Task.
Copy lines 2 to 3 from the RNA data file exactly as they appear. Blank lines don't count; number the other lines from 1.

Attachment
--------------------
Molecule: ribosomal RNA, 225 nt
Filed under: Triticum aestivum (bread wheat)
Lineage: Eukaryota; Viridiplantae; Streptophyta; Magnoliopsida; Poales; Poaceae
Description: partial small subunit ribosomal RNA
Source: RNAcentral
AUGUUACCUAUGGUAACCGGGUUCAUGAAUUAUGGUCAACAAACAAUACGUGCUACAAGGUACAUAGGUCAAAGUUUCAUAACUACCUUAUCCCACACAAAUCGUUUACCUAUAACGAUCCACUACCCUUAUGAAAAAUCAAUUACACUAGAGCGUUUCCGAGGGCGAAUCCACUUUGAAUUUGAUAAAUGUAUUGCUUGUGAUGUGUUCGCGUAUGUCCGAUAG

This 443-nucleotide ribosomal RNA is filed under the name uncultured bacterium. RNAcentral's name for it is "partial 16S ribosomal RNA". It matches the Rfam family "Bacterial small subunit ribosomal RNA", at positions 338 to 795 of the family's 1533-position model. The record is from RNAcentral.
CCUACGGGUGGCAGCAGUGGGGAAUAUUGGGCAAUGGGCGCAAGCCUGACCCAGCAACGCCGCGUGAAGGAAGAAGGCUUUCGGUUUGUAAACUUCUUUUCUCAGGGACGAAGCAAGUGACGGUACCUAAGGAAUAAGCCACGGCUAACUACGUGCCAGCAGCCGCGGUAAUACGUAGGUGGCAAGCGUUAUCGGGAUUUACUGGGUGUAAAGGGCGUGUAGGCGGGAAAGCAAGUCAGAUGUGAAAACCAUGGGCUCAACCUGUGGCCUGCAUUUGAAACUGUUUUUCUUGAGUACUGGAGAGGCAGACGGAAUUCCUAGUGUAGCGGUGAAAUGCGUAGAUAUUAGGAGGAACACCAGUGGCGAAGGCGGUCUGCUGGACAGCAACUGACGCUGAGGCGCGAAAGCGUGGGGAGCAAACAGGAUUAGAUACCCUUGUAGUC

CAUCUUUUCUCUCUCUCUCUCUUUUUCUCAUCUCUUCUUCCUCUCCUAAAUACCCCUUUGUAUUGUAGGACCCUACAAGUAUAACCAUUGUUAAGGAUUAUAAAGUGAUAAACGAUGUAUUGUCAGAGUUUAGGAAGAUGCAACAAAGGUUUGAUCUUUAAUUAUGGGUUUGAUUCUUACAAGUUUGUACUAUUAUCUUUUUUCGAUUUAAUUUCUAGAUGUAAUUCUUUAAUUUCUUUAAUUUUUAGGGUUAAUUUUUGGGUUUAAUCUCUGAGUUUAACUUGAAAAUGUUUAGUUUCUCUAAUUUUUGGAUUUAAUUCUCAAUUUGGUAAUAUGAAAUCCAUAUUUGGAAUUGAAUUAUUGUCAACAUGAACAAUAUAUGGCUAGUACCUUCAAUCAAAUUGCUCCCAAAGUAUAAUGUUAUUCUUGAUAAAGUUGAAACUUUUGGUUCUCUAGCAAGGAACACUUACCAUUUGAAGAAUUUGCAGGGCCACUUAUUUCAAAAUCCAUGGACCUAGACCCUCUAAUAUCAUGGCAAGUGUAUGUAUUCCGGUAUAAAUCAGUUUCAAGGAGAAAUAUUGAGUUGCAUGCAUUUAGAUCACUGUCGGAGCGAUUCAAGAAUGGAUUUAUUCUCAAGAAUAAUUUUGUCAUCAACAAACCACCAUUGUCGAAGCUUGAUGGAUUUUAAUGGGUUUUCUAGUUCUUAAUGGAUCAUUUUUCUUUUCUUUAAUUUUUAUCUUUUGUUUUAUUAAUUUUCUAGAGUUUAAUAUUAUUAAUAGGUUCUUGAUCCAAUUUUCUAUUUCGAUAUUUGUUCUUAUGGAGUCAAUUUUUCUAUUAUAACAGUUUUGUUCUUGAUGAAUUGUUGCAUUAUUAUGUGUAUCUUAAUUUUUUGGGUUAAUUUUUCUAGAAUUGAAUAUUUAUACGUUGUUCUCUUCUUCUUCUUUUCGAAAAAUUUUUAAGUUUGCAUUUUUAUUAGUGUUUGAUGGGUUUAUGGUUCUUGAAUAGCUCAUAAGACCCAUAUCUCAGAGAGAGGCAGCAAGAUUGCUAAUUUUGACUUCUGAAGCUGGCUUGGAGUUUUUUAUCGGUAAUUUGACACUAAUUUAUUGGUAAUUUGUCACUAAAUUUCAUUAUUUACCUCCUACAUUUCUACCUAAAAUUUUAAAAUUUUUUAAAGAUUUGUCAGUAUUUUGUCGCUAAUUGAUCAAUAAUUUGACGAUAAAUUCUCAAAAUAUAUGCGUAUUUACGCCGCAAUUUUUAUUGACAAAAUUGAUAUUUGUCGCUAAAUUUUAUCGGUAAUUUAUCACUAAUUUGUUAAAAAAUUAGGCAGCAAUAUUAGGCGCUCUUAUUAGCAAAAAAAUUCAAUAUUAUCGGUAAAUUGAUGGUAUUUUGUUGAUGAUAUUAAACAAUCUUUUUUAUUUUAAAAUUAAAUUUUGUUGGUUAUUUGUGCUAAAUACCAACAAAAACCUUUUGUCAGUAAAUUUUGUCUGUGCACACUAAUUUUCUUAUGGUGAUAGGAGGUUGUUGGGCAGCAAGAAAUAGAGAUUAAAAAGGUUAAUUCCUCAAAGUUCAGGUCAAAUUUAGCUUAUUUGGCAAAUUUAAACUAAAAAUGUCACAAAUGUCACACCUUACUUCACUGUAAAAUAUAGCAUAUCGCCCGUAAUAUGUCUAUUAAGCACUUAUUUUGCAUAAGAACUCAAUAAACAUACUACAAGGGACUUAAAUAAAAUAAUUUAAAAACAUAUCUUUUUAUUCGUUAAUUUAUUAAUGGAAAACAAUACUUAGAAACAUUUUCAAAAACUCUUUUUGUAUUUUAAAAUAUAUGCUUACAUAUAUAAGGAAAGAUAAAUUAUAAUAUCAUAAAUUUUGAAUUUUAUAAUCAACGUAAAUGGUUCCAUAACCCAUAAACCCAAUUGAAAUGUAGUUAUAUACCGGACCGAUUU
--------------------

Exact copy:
Filed under: Triticum aestivum (bread wheat)
Lineage: Eukaryota; Viridiplantae; Streptophyta; Magnoliopsida; Poales; Poaceae